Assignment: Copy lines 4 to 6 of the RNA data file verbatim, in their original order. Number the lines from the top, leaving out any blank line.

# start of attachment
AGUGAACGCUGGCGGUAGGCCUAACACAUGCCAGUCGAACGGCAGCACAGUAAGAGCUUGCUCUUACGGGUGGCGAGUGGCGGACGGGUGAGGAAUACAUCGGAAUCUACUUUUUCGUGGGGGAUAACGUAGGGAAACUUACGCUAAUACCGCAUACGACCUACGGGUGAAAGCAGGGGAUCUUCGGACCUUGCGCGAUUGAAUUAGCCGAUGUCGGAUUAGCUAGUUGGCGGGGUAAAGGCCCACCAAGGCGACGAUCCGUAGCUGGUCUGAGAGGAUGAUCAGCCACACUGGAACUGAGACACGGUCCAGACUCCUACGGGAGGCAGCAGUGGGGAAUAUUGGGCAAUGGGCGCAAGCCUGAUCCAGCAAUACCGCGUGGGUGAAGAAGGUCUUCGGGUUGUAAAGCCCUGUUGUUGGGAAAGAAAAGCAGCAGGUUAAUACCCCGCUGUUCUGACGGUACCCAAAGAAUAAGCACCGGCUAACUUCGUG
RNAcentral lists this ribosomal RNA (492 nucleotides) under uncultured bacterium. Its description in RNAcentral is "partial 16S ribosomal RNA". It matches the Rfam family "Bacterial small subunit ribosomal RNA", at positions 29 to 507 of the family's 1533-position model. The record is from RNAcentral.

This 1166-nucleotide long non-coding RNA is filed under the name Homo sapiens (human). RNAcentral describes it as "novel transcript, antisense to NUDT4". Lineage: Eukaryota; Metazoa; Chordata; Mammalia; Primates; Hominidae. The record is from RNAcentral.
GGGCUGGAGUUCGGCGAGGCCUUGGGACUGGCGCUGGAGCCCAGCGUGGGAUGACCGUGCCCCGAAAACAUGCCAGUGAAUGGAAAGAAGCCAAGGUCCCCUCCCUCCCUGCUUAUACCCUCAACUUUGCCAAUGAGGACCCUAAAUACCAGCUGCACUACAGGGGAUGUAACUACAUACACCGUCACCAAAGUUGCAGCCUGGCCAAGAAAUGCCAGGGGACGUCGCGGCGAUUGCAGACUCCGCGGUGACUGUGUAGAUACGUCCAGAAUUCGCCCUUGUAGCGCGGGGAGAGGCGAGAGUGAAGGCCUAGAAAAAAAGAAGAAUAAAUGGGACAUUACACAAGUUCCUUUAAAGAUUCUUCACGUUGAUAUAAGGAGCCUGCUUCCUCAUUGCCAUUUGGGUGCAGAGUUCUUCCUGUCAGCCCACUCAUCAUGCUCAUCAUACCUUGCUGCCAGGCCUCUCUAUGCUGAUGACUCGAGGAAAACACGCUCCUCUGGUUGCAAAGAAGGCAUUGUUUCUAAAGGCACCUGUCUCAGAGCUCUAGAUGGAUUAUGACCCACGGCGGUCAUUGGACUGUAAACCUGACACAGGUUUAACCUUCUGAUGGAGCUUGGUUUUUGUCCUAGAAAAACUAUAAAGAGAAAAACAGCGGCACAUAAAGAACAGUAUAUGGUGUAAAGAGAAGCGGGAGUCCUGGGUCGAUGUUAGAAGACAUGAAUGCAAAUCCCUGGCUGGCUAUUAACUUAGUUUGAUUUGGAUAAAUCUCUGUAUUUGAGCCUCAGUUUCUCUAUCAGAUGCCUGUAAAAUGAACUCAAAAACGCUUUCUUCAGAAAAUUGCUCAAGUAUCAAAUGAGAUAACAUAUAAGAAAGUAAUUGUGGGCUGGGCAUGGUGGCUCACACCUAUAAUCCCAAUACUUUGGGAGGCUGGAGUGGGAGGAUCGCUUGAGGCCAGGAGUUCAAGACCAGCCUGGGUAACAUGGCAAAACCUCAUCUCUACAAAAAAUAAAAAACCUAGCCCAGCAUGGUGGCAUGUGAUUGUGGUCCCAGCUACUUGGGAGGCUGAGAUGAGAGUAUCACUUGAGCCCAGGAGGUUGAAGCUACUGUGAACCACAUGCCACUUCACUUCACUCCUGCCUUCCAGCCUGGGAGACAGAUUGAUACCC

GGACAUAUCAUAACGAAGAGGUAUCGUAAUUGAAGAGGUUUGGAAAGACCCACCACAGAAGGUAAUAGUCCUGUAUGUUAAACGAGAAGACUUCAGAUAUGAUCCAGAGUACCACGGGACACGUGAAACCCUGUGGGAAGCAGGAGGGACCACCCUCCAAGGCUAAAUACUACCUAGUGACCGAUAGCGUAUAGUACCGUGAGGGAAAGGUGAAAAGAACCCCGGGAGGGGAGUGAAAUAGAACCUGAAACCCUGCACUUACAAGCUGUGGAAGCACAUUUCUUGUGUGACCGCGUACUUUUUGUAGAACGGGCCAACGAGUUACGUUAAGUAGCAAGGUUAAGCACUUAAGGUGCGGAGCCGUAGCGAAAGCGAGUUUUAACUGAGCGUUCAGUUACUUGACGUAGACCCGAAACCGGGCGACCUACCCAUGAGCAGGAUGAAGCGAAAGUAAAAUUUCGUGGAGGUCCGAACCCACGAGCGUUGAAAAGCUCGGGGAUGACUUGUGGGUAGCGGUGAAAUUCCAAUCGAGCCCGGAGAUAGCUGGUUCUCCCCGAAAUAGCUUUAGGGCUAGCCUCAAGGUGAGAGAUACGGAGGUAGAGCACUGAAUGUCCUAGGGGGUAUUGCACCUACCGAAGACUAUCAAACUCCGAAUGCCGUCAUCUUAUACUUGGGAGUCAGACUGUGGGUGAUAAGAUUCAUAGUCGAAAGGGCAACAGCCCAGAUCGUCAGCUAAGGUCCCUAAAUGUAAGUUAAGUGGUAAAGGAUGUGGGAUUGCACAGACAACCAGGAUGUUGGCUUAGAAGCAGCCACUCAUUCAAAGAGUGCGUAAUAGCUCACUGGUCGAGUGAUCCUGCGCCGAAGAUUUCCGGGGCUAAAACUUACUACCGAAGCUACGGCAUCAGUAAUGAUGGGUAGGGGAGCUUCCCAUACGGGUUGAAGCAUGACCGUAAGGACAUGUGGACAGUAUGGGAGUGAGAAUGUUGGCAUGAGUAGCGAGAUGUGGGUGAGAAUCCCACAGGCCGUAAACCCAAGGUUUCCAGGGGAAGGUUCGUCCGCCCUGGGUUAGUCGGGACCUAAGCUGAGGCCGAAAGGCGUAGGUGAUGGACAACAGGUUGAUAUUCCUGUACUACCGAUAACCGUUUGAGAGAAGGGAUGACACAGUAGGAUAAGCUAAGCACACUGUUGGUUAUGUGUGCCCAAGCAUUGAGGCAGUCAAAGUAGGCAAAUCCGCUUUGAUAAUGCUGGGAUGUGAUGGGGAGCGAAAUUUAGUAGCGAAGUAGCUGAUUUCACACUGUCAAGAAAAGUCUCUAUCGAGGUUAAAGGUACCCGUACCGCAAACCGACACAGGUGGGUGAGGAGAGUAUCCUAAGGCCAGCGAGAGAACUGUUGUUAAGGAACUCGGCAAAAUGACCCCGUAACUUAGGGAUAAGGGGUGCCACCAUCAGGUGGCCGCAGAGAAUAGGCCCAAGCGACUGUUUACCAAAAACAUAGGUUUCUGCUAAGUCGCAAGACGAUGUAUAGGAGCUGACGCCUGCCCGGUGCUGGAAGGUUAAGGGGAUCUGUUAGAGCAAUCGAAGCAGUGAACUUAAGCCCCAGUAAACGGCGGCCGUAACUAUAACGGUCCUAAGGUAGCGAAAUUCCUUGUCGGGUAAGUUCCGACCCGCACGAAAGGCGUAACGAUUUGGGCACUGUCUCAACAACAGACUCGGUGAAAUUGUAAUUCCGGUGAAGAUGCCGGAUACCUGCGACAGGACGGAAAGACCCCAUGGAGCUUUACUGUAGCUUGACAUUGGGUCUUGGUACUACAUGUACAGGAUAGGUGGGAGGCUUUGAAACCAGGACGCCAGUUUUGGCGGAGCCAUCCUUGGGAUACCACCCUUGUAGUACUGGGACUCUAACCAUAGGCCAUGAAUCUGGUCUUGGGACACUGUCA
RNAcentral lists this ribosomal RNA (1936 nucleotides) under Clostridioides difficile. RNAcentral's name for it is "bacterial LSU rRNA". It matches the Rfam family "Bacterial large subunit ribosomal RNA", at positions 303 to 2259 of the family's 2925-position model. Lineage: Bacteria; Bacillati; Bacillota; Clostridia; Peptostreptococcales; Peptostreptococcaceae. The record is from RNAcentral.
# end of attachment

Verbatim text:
GGGCUGGAGUUCGGCGAGGCCUUGGGACUGGCGCUGGAGCCCAGCGUGGGAUGACCGUGCCCCGAAAACAUGCCAGUGAAUGGAAAGAAGCCAAGGUCCCCUCCCUCCCUGCUUAUACCCUCAACUUUGCCAAUGAGGACCCUAAAUACCAGCUGCACUACAGGGGAUGUAACUACAUACACCGUCACCAAAGUUGCAGCCUGGCCAAGAAAUGCCAGGGGACGUCGCGGCGAUUGCAGACUCCGCGGUGACUGUGUAGAUACGUCCAGAAUUCGCCCUUGUAGCGCGGGGAGAGGCGAGAGUGAAGGCCUAGAAAAAAAGAAGAAUAAAUGGGACAUUACACAAGUUCCUUUAAAGAUUCUUCACGUUGAUAUAAGGAGCCUGCUUCCUCAUUGCCAUUUGGGUGCAGAGUUCUUCCUGUCAGCCCACUCAUCAUGCUCAUCAUACCUUGCUGCCAGGCCUCUCUAUGCUGAUGACUCGAGGAAAACACGCUCCUCUGGUUGCAAAGAAGGCAUUGUUUCUAAAGGCACCUGUCUCAGAGCUCUAGAUGGAUUAUGACCCACGGCGGUCAUUGGACUGUAAACCUGACACAGGUUUAACCUUCUGAUGGAGCUUGGUUUUUGUCCUAGAAAAACUAUAAAGAGAAAAACAGCGGCACAUAAAGAACAGUAUAUGGUGUAAAGAGAAGCGGGAGUCCUGGGUCGAUGUUAGAAGACAUGAAUGCAAAUCCCUGGCUGGCUAUUAACUUAGUUUGAUUUGGAUAAAUCUCUGUAUUUGAGCCUCAGUUUCUCUAUCAGAUGCCUGUAAAAUGAACUCAAAAACGCUUUCUUCAGAAAAUUGCUCAAGUAUCAAAUGAGAUAACAUAUAAGAAAGUAAUUGUGGGCUGGGCAUGGUGGCUCACACCUAUAAUCCCAAUACUUUGGGAGGCUGGAGUGGGAGGAUCGCUUGAGGCCAGGAGUUCAAGACCAGCCUGGGUAACAUGGCAAAACCUCAUCUCUACAAAAAAUAAAAAACCUAGCCCAGCAUGGUGGCAUGUGAUUGUGGUCCCAGCUACUUGGGAGGCUGAGAUGAGAGUAUCACUUGAGCCCAGGAGGUUGAAGCUACUGUGAACCACAUGCCACUUCACUUCACUCCUGCCUUCCAGCCUGGGAGACAGAUUGAUACCC

GGACAUAUCAUAACGAAGAGGUAUCGUAAUUGAAGAGGUUUGGAAAGACCCACCACAGAAGGUAAUAGUCCUGUAUGUUAAACGAGAAGACUUCAGAUAUGAUCCAGAGUACCACGGGACACGUGAAACCCUGUGGGAAGCAGGAGGGACCACCCUCCAAGGCUAAAUACUACCUAGUGACCGAUAGCGUAUAGUACCGUGAGGGAAAGGUGAAAAGAACCCCGGGAGGGGAGUGAAAUAGAACCUGAAACCCUGCACUUACAAGCUGUGGAAGCACAUUUCUUGUGUGACCGCGUACUUUUUGUAGAACGGGCCAACGAGUUACGUUAAGUAGCAAGGUUAAGCACUUAAGGUGCGGAGCCGUAGCGAAAGCGAGUUUUAACUGAGCGUUCAGUUACUUGACGUAGACCCGAAACCGGGCGACCUACCCAUGAGCAGGAUGAAGCGAAAGUAAAAUUUCGUGGAGGUCCGAACCCACGAGCGUUGAAAAGCUCGGGGAUGACUUGUGGGUAGCGGUGAAAUUCCAAUCGAGCCCGGAGAUAGCUGGUUCUCCCCGAAAUAGCUUUAGGGCUAGCCUCAAGGUGAGAGAUACGGAGGUAGAGCACUGAAUGUCCUAGGGGGUAUUGCACCUACCGAAGACUAUCAAACUCCGAAUGCCGUCAUCUUAUACUUGGGAGUCAGACUGUGGGUGAUAAGAUUCAUAGUCGAAAGGGCAACAGCCCAGAUCGUCAGCUAAGGUCCCUAAAUGUAAGUUAAGUGGUAAAGGAUGUGGGAUUGCACAGACAACCAGGAUGUUGGCUUAGAAGCAGCCACUCAUUCAAAGAGUGCGUAAUAGCUCACUGGUCGAGUGAUCCUGCGCCGAAGAUUUCCGGGGCUAAAACUUACUACCGAAGCUACGGCAUCAGUAAUGAUGGGUAGGGGAGCUUCCCAUACGGGUUGAAGCAUGACCGUAAGGACAUGUGGACAGUAUGGGAGUGAGAAUGUUGGCAUGAGUAGCGAGAUGUGGGUGAGAAUCCCACAGGCCGUAAACCCAAGGUUUCCAGGGGAAGGUUCGUCCGCCCUGGGUUAGUCGGGACCUAAGCUGAGGCCGAAAGGCGUAGGUGAUGGACAACAGGUUGAUAUUCCUGUACUACCGAUAACCGUUUGAGAGAAGGGAUGACACAGUAGGAUAAGCUAAGCACACUGUUGGUUAUGUGUGCCCAAGCAUUGAGGCAGUCAAAGUAGGCAAAUCCGCUUUGAUAAUGCUGGGAUGUGAUGGGGAGCGAAAUUUAGUAGCGAAGUAGCUGAUUUCACACUGUCAAGAAAAGUCUCUAUCGAGGUUAAAGGUACCCGUACCGCAAACCGACACAGGUGGGUGAGGAGAGUAUCCUAAGGCCAGCGAGAGAACUGUUGUUAAGGAACUCGGCAAAAUGACCCCGUAACUUAGGGAUAAGGGGUGCCACCAUCAGGUGGCCGCAGAGAAUAGGCCCAAGCGACUGUUUACCAAAAACAUAGGUUUCUGCUAAGUCGCAAGACGAUGUAUAGGAGCUGACGCCUGCCCGGUGCUGGAAGGUUAAGGGGAUCUGUUAGAGCAAUCGAAGCAGUGAACUUAAGCCCCAGUAAACGGCGGCCGUAACUAUAACGGUCCUAAGGUAGCGAAAUUCCUUGUCGGGUAAGUUCCGACCCGCACGAAAGGCGUAACGAUUUGGGCACUGUCUCAACAACAGACUCGGUGAAAUUGUAAUUCCGGUGAAGAUGCCGGAUACCUGCGACAGGACGGAAAGACCCCAUGGAGCUUUACUGUAGCUUGACAUUGGGUCUUGGUACUACAUGUACAGGAUAGGUGGGAGGCUUUGAAACCAGGACGCCAGUUUUGGCGGAGCCAUCCUUGGGAUACCACCCUUGUAGUACUGGGACUCUAACCAUAGGCCAUGAAUCUGGUCUUGGGACACUGUCA
RNAcentral lists this ribosomal RNA (1936 nucleotides) under Clostridioides difficile. RNAcentral's name for it is "bacterial LSU rRNA". It matches the Rfam family "Bacterial large subunit ribosomal RNA", at positions 303 to 2259 of the family's 2925-position model. Lineage: Bacteria; Bacillati; Bacillota; Clostridia; Peptostreptococcales; Peptostreptococcaceae. The record is from RNAcentral.